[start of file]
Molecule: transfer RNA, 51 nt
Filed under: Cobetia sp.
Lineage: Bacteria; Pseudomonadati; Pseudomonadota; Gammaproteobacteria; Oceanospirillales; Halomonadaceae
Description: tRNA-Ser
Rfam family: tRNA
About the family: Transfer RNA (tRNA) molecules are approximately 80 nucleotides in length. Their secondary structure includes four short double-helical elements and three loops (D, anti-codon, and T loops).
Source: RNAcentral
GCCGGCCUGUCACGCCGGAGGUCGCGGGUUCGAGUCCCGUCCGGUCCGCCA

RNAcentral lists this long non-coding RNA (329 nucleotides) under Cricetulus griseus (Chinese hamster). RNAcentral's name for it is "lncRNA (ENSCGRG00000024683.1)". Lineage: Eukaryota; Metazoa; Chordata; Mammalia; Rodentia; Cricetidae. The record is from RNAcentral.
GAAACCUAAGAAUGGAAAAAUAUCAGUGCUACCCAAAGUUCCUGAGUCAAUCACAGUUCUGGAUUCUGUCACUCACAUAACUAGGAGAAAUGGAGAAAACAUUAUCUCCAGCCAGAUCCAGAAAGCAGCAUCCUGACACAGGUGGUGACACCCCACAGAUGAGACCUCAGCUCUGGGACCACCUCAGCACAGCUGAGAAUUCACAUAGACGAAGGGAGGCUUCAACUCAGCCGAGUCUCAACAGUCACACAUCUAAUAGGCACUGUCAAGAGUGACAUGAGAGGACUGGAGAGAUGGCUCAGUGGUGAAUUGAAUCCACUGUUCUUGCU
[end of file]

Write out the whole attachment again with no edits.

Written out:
Molecule: transfer RNA, 51 nt
Filed under: Cobetia sp.
Lineage: Bacteria; Pseudomonadati; Pseudomonadota; Gammaproteobacteria; Oceanospirillales; Halomonadaceae
Description: tRNA-Ser
Rfam family: tRNA
About the family: Transfer RNA (tRNA) molecules are approximately 80 nucleotides in length. Their secondary structure includes four short double-helical elements and three loops (D, anti-codon, and T loops).
Source: RNAcentral
GCCGGCCUGUCACGCCGGAGGUCGCGGGUUCGAGUCCCGUCCGGUCCGCCA

RNAcentral lists this long non-coding RNA (329 nucleotides) under Cricetulus griseus (Chinese hamster). RNAcentral's name for it is "lncRNA (ENSCGRG00000024683.1)". Lineage: Eukaryota; Metazoa; Chordata; Mammalia; Rodentia; Cricetidae. The record is from RNAcentral.
GAAACCUAAGAAUGGAAAAAUAUCAGUGCUACCCAAAGUUCCUGAGUCAAUCACAGUUCUGGAUUCUGUCACUCACAUAACUAGGAGAAAUGGAGAAAACAUUAUCUCCAGCCAGAUCCAGAAAGCAGCAUCCUGACACAGGUGGUGACACCCCACAGAUGAGACCUCAGCUCUGGGACCACCUCAGCACAGCUGAGAAUUCACAUAGACGAAGGGAGGCUUCAACUCAGCCGAGUCUCAACAGUCACACAUCUAAUAGGCACUGUCAAGAGUGACAUGAGAGGACUGGAGAGAUGGCUCAGUGGUGAAUUGAAUCCACUGUUCUUGCU